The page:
‘Heron’ UAV end-force… step by step approach
Over the past few years Defence has introduced into service a number of new platforms and capabilities into the Australian Air Force, along with a range of capability enhancements to existing platforms. These milestones continue to mark the transformation of the RAAF from the platform-centric organisation it was in the late 1990s, at the time of the East Timor operations, towards the 5th generation, networked and interoperable full-spectrum force of tomorrow.
When the Heron Remotely Piloted Aircraft (RPA) returned from Afghanistan at the end of 2014 the RAAF embarked on a programme to incrementally ‘normalise’ unmanned air vehicle operations within the domestic airspace nationally.
Although based at Amberley as part of the Surveillance and Response Group (SRG), No 5 Flight began flying its Heron platforms from Woomera, taking advantage of the relatively ‘empty’ skies and vast areas of unpopulated land.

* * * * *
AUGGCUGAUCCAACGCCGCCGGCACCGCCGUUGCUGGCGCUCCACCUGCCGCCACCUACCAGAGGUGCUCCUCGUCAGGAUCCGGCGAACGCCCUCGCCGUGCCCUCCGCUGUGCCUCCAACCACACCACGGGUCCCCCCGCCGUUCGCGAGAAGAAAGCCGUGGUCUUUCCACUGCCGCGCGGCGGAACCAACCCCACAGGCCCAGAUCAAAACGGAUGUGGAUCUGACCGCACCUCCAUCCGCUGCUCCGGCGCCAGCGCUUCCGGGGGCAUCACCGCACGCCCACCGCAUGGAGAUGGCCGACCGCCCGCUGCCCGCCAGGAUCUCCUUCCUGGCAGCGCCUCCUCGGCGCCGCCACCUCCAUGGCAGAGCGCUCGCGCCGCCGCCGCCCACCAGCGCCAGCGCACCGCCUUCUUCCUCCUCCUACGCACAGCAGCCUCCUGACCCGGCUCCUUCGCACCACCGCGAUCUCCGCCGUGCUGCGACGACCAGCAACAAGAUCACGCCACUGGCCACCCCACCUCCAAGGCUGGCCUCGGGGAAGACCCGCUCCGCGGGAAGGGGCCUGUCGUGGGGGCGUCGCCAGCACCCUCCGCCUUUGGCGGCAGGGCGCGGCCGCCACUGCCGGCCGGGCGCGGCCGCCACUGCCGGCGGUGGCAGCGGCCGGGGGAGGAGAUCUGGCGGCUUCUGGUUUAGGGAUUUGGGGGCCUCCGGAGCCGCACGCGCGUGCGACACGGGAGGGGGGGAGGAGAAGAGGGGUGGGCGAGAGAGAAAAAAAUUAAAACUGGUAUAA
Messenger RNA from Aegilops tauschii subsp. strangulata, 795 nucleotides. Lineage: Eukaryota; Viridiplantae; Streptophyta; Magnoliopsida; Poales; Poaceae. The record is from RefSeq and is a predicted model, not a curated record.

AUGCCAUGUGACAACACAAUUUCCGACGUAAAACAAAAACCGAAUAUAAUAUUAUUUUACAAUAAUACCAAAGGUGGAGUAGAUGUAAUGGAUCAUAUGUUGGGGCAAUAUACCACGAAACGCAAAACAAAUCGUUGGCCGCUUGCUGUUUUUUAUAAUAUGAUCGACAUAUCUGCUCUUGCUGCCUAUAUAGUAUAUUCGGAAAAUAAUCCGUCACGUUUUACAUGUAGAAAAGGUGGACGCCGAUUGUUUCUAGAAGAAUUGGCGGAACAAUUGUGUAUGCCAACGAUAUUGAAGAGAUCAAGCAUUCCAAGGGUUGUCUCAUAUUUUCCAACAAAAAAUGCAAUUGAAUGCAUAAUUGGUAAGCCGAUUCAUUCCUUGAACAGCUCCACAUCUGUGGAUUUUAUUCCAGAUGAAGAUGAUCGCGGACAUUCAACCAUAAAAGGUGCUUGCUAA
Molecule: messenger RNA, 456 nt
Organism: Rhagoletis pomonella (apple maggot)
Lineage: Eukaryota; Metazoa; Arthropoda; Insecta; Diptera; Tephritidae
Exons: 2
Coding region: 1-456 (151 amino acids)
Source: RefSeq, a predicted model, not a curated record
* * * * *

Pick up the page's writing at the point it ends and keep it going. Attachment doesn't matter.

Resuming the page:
The aim was to establish an indigenous unmanned Intelligence Surveillance and Reconnaissance (ISR) capability within the safest environment.
Since then, Heron operations have progressed to the point at which they have been flown in both civil and military airspace on exercises. To prove their compatibility with manned aircraft operations they have shared the traffic pattern military aircraft, including F/A-18F Super Hornets and C-17A Globemasters, along with civil airliners.
Heron unmanned aerial system was initially acquired in 2009 under Project Nankeen, which was a rapid acquisition programme to provide urgently needed ISR overwatch of Australian and coalition forces ‘outside the wire’ in Uruzgan Province, Afghanistan.
Heron is a Medium Altitude Long Endurance (MALE) RPA, capable of providing constant ISR coverage spanning a 24 hour period. In Afghanistan, it replaced the ScanEagle capability that had been leased from Insitu Pacific Limited (IPL).